We'll join Bryan Sieling, Chief of Design at Smithsonian’s National Museum of African American History and Culture, in exploring the challenges of designing for storytelling in a non-linear environment.
Interpretive exhibitions tell stories. Storytelling is inherently a linear experience, yet exhibitions are presented in three-dimensional space. What techniques would you employ to guide visitor flow through a space so that the story unfolds in a meaningful way? How would you do this without designing a “forced march”? Or would you? The elements of discovery and self-selection are powerful tools in allowing visitors to follow their interests (or maybe just their limited time!). How does this impact one’s understanding of the story being told or the ability of the designer to craft the visitor experience? For an exhibition to be successful, must one read every label, study every object, watch every film, or engage with every interactive? Compare storytelling as conveyed via a book, a film, a play, an exhibition. What are the differences and similarities?
Bring your own ideas to contribute and get your burning questions answered as we share our experiences with designing for non-linear environment.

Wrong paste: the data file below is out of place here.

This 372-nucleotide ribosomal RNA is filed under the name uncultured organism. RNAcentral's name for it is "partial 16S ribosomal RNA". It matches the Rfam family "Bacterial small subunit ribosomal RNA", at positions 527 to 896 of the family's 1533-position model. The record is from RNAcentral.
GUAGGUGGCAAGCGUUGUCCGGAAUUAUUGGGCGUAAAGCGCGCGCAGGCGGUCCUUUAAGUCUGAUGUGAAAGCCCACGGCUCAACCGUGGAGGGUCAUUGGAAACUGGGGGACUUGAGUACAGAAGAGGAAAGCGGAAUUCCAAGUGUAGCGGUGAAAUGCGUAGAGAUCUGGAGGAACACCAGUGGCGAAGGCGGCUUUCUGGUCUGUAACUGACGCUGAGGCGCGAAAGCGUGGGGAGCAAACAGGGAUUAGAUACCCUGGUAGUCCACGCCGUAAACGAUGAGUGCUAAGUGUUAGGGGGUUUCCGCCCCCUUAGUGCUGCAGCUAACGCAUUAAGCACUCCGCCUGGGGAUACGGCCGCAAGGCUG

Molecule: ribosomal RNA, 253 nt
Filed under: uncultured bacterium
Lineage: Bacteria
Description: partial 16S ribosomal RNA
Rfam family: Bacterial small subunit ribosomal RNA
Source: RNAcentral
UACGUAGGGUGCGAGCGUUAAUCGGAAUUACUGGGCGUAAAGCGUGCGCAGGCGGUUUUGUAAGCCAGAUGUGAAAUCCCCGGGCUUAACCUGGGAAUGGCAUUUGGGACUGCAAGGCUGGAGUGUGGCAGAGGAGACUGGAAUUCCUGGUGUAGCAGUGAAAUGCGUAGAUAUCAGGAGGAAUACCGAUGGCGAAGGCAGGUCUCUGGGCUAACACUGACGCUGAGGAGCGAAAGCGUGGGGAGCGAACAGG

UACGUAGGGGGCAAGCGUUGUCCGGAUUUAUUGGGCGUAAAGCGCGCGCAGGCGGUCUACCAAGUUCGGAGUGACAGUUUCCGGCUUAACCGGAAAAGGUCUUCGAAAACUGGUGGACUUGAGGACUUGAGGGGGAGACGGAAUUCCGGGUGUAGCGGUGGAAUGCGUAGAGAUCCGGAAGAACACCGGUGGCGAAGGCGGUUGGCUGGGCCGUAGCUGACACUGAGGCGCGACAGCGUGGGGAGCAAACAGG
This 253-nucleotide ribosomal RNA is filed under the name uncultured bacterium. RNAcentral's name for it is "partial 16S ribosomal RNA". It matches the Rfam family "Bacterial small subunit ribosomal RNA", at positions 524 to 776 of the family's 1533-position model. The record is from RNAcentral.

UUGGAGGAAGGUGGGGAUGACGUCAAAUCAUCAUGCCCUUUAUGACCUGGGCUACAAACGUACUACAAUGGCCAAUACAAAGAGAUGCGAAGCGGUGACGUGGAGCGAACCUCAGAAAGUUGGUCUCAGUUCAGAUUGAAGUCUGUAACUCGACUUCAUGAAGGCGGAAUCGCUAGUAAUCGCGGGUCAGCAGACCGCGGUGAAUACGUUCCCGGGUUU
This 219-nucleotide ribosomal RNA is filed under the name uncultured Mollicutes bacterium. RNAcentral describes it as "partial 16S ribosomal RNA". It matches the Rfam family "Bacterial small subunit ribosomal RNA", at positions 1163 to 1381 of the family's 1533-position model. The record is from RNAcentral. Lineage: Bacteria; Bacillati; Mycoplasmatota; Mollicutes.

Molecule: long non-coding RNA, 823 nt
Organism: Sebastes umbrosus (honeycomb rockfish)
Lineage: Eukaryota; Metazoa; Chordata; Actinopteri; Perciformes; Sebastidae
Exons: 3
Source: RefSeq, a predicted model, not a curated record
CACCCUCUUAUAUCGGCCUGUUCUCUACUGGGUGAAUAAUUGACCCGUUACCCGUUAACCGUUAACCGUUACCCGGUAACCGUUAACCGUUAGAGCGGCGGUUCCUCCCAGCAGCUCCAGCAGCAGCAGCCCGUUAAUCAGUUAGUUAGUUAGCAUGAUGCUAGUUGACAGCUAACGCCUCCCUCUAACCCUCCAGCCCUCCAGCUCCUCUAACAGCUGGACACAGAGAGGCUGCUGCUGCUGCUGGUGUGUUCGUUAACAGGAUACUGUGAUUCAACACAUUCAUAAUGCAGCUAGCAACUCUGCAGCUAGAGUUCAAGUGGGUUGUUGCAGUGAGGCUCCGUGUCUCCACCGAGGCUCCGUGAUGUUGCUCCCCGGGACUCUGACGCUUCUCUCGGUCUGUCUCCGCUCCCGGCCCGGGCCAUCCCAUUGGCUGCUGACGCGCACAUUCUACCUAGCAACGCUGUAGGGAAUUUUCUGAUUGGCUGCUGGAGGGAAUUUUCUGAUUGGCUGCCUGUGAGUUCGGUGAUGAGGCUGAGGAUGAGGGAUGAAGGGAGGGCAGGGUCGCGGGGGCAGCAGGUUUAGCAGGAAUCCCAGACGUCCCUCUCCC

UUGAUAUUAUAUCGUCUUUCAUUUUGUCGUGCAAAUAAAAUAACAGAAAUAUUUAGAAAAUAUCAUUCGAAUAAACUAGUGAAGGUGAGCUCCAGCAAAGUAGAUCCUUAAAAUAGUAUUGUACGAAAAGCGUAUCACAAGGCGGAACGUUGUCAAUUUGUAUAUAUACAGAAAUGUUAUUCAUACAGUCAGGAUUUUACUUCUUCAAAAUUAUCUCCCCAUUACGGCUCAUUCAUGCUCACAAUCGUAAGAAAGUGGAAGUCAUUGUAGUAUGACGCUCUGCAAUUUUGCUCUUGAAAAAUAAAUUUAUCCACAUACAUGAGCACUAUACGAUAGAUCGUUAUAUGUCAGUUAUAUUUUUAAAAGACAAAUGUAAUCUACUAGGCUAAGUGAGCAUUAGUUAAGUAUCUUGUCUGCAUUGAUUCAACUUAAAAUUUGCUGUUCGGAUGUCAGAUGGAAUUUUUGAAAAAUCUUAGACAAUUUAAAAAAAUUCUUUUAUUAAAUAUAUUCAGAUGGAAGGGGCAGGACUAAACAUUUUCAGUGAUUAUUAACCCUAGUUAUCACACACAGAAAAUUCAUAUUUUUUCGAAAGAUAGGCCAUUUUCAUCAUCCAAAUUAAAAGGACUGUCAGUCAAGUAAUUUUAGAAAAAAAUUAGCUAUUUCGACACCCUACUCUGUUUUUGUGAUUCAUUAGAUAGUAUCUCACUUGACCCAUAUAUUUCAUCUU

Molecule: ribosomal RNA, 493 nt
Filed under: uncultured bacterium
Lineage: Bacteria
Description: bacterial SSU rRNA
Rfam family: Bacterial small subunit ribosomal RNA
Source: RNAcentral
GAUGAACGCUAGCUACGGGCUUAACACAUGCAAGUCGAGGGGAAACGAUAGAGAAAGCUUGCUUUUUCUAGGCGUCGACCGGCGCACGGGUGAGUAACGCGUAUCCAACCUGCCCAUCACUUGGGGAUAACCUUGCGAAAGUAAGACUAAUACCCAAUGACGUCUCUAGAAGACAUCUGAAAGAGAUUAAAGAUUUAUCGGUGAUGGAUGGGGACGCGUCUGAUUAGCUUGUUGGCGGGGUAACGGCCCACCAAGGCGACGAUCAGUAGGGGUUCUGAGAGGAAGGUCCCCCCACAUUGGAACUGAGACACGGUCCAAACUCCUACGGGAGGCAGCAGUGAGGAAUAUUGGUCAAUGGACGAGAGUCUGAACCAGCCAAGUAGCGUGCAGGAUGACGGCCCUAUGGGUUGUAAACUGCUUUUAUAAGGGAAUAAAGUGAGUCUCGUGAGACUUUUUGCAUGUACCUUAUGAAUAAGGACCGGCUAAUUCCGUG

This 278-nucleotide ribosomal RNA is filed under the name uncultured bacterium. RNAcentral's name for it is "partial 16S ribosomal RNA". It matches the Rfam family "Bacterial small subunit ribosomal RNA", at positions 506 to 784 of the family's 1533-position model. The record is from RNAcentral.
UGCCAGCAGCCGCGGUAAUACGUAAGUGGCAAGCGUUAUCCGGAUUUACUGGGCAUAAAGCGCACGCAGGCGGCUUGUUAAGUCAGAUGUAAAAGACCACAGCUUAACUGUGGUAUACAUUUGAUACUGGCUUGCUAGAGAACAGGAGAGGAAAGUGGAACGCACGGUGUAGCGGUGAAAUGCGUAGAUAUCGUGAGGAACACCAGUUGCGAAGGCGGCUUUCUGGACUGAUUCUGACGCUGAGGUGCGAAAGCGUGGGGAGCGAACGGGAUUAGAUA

Registration for this event is required. Salons are a member benefit, and are open free to AIGA members.
Please plan to arrive at 7:30 AM to allow time to purchase breakfast refreshments and chat with other attendees. We will start promptly at 8:00 AM.
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Event coordinator/contact: firstname.lastname@example.org
Bryan is an exhibition designer, boy mechanic, tinkerer, collector of aged small things, and a student of the Theory of Multiples. Bryan began his career at age two or three observing his father write, draw, build, fix, laugh, curse, and restore old cars. Somehow this odd mix of early experiences inspired Bryan to pursue an actual paid career in museum work, prompted by a chance encounter with a small art museum thirty-one years ago. He’s currently employed as Design Chief for the Smithsonian’s National Museum of African American History and Culture, scheduled to open on the Mall in 2015.